Looking for mavericks. NIH's Elvira Ehrenfeld wants to give a few top researchers free rein to pursue new ideas.

NIH to Award People, Not Projects

Jocelyn is a staff writer for Science magazine.

The National Institutes of Health (NIH) hopes to shed its reputation for playing it safe by doling out no-strings-attached grants to a handful of exceptionally creative researchers. The program, which is planned for the fiscal year beginning in October, is meant to address long-standing concerns that the NIH peer-review system discriminates against unconventional ideas with high potential payoff.

The Director's Innovator Awards would go to people rather than projects, in a departure from traditional NIH peer review, which uses panels to select which research to fund. "There is a tendency to give very good scores to projects that are guaranteed to work," says Elvira Ehrenfeld, director of NIH's Center for Scientific Review. "It is clear that we are losing groundbreaking proposals simply because of the conservatism built into the system. ... It's just too risky not to do this." The proposal was first reported by Science and Government Report, a Washington, D.C.-based newsletter.

The award idea is part of NIH Director Elias Zerhouni's "road map" to make the $27 billion agency more effective. In June, an NIH task force co-chaired by Ehrenfeld heard from a 15-member panel on ways to fund high-risk, high-impact research. The outside experts came up with three ideas: a program like one at the Department of Defense that funds high-risk research; a program led by NIH that would assemble teams to solve specific problems; and awards to outstanding researchers based on their track record. The last item seemed easiest to implement quickly, Ehrenfeld says.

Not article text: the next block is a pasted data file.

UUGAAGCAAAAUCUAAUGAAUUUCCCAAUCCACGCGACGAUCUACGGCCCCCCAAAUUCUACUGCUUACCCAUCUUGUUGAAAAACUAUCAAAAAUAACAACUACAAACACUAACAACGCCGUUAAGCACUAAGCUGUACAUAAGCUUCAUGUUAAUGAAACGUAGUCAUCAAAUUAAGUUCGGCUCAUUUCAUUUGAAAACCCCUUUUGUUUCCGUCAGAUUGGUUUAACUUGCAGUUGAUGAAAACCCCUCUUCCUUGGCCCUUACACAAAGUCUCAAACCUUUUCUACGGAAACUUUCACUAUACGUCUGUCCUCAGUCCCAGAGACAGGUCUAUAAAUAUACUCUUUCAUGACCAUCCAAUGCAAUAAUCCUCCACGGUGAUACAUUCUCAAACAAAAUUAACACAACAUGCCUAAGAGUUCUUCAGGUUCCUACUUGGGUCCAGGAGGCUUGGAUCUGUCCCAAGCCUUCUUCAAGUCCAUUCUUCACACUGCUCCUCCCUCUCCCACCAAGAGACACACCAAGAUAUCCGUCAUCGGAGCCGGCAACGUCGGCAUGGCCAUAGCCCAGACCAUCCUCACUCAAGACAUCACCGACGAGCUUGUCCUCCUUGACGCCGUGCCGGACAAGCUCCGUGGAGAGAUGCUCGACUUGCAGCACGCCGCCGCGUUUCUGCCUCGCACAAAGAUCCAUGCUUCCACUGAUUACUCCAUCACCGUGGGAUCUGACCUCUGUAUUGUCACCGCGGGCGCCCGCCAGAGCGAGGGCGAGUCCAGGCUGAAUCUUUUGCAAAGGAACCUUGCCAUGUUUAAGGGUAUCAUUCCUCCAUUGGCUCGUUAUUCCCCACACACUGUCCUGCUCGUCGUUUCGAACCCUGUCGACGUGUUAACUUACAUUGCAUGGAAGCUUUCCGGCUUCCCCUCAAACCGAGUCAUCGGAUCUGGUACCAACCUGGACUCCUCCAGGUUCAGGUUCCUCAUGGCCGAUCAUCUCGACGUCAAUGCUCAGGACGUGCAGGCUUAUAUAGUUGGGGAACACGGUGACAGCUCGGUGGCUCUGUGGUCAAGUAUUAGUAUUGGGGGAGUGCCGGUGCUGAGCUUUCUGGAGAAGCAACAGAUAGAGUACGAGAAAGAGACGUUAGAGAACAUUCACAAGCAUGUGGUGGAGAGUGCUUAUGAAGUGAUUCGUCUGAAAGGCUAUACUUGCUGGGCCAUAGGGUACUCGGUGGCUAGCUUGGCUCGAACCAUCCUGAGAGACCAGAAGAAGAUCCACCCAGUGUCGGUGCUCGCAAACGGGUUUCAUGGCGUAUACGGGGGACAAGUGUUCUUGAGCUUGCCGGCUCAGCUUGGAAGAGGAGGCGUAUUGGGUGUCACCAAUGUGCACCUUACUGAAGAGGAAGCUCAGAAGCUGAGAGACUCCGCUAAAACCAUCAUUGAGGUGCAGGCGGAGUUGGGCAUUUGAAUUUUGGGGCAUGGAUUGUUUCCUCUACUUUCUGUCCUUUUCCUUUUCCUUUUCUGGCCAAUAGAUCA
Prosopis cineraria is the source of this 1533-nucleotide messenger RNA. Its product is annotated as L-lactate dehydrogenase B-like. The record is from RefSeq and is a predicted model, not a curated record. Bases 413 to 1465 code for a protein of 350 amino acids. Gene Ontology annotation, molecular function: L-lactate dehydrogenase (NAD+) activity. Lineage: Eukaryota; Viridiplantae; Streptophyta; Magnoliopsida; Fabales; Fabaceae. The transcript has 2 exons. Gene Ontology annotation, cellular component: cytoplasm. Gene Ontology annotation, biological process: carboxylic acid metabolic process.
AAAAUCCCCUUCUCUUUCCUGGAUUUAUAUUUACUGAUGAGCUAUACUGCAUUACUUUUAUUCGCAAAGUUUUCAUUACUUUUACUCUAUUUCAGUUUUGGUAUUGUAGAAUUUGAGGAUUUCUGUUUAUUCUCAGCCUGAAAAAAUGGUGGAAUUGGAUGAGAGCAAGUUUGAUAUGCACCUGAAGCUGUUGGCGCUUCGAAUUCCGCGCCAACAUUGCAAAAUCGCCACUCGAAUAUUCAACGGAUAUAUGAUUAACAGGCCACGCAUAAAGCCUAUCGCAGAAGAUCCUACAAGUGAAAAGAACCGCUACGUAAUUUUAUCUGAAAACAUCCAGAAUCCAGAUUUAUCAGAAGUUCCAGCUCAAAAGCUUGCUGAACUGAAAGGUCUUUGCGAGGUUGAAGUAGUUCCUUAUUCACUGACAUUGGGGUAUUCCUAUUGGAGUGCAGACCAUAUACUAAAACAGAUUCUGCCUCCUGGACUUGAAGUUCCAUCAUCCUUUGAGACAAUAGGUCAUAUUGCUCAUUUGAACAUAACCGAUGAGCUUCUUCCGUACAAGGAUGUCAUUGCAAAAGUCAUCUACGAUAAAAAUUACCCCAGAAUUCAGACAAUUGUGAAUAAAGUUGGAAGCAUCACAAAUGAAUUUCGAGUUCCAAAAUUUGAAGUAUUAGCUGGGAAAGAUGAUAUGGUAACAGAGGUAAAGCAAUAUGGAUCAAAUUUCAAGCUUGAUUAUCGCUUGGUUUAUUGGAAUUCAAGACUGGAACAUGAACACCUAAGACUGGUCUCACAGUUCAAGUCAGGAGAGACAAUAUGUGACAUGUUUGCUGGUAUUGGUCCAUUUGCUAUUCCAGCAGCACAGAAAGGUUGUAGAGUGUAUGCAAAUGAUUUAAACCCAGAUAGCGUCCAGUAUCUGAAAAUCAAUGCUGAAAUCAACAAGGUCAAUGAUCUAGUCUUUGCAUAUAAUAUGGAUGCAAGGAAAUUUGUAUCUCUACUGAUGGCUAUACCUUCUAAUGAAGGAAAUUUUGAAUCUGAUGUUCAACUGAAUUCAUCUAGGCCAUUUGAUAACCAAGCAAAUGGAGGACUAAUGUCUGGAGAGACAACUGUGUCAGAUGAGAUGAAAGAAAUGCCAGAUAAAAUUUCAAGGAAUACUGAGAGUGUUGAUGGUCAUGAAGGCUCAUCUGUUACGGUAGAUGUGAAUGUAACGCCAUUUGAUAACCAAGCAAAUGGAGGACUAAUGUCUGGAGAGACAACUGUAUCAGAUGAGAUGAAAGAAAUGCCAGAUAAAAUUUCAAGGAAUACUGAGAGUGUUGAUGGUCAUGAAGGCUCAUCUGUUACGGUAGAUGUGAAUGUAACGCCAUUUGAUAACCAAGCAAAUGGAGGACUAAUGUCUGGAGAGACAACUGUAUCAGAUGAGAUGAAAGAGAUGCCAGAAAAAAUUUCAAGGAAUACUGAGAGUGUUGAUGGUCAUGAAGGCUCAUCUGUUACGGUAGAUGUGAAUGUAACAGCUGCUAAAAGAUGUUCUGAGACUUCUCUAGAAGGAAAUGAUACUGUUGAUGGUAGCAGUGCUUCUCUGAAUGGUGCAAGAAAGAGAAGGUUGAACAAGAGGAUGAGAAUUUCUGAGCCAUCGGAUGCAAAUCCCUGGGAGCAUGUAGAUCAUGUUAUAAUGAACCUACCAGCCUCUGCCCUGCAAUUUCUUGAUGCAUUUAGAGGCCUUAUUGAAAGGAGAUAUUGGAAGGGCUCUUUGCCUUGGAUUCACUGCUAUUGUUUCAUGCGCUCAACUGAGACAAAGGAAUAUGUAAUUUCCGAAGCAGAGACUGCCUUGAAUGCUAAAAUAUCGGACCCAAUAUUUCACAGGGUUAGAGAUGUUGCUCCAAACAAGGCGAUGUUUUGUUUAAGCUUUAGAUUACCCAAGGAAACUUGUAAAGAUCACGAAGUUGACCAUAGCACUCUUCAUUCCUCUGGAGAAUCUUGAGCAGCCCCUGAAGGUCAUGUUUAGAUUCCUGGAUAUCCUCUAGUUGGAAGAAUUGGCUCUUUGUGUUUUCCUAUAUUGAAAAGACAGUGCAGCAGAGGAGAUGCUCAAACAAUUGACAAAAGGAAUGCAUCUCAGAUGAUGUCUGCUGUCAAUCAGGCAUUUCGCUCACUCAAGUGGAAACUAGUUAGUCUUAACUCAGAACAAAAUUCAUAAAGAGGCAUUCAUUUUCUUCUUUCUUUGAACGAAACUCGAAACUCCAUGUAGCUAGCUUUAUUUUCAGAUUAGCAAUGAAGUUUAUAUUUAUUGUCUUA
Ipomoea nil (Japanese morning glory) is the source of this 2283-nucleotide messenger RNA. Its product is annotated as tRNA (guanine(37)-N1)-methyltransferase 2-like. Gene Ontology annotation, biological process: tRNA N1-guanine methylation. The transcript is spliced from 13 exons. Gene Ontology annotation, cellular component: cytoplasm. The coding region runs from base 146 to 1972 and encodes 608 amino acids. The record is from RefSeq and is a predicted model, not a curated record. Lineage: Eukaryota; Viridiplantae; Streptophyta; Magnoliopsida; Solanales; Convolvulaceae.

Panel member Gerald Rubin, vice president of the Howard Hughes Medical Institute (HHMI) in Chevy Chase, Maryland, notes that HHMI already follows such a model by allowing top-notch investigators to follow their instincts. "HHMI has done this experiment. It works," says Rubin, who compares the strategy to investing in both high-risk stocks and safe bonds. Like HHMI's program, the Innovator Awards won't target any particular age group, says Ehrenfeld.

NIH is still working out details of the new awards, including how to select the recipients and monitor their progress. It's not yet clear how much money will be devoted to the Innovator Awards. Some members of the outside panel felt that 5% of NIH's budget "would be about the right percentage," says Rubin. But Ehrenfeld says that initial funding will likely be modest and will depend on NIH's 2004 budget, which is still before Congress.

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